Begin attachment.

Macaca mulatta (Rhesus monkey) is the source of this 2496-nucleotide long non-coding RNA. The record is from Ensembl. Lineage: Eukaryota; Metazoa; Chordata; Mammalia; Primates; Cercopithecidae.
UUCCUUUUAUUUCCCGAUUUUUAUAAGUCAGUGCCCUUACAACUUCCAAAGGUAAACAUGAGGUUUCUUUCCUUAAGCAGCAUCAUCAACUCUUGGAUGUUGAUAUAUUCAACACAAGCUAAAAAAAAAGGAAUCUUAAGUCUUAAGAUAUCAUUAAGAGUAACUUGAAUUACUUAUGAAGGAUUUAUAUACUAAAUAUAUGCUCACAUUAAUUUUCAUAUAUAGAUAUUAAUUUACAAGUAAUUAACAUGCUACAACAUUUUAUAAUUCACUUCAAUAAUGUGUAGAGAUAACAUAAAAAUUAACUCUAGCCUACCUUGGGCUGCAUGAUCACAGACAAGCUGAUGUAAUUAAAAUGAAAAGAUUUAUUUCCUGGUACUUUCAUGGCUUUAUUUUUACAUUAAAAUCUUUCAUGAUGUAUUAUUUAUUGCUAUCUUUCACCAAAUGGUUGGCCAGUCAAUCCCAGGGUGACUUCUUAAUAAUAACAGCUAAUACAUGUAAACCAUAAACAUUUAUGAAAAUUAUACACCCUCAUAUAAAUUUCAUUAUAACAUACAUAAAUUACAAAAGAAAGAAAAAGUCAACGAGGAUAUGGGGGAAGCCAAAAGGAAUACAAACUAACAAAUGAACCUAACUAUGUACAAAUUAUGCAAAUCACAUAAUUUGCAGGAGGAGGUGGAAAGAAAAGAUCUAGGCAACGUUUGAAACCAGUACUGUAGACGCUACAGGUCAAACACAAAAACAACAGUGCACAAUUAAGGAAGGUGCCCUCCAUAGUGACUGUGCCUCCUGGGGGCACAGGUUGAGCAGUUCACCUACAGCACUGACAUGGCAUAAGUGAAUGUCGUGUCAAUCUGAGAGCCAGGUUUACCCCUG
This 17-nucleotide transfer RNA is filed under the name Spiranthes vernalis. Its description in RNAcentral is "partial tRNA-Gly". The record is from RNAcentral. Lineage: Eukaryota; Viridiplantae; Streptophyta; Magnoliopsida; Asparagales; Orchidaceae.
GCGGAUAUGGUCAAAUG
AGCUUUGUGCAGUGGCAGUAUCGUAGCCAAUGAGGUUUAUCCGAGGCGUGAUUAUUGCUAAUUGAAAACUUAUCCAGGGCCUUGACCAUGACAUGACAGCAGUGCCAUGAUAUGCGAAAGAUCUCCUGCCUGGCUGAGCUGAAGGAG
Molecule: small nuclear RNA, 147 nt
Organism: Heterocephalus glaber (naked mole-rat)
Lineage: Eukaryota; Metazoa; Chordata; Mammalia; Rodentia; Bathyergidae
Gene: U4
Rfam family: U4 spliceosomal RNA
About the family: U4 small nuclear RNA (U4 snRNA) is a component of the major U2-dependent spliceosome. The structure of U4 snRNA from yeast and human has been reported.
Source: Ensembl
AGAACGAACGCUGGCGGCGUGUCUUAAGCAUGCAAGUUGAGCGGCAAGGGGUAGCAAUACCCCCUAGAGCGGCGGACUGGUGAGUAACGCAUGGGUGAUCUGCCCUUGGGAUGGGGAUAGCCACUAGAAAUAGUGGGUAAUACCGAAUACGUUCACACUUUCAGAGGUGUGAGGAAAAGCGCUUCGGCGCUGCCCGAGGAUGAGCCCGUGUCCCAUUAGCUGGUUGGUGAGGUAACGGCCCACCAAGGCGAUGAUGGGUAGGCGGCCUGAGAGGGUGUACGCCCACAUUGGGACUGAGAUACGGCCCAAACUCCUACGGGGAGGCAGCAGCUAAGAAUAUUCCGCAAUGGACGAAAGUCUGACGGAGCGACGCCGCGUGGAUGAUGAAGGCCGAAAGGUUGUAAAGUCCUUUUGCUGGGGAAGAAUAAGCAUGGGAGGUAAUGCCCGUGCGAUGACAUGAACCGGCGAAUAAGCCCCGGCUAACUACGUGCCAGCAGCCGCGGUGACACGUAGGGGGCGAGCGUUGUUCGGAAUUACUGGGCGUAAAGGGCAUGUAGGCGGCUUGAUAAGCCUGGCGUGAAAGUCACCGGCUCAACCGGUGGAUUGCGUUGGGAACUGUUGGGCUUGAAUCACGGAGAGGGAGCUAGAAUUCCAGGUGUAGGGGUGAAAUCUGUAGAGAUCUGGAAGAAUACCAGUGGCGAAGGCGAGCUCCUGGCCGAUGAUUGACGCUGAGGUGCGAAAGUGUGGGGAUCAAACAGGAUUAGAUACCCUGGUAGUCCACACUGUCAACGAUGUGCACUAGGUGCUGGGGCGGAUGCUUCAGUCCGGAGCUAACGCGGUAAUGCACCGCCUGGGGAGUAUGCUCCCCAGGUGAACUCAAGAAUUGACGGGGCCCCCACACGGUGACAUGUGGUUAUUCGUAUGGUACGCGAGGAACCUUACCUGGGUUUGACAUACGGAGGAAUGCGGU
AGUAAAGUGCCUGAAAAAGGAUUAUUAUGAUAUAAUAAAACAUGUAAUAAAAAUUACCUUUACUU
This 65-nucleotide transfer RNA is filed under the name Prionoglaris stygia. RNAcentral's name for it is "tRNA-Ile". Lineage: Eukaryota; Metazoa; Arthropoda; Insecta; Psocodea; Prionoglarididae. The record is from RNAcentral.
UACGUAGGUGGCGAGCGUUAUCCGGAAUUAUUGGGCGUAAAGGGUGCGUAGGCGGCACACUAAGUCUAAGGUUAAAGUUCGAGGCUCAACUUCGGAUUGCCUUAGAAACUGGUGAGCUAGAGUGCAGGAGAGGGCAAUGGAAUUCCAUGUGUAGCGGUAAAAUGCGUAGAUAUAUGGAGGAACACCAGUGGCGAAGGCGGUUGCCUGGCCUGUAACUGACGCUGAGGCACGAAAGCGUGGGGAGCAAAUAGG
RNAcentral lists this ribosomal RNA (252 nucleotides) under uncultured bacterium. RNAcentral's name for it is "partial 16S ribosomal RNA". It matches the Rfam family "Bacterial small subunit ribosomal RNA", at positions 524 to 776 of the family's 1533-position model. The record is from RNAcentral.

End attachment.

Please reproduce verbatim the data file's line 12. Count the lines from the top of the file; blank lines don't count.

Source: Ensembl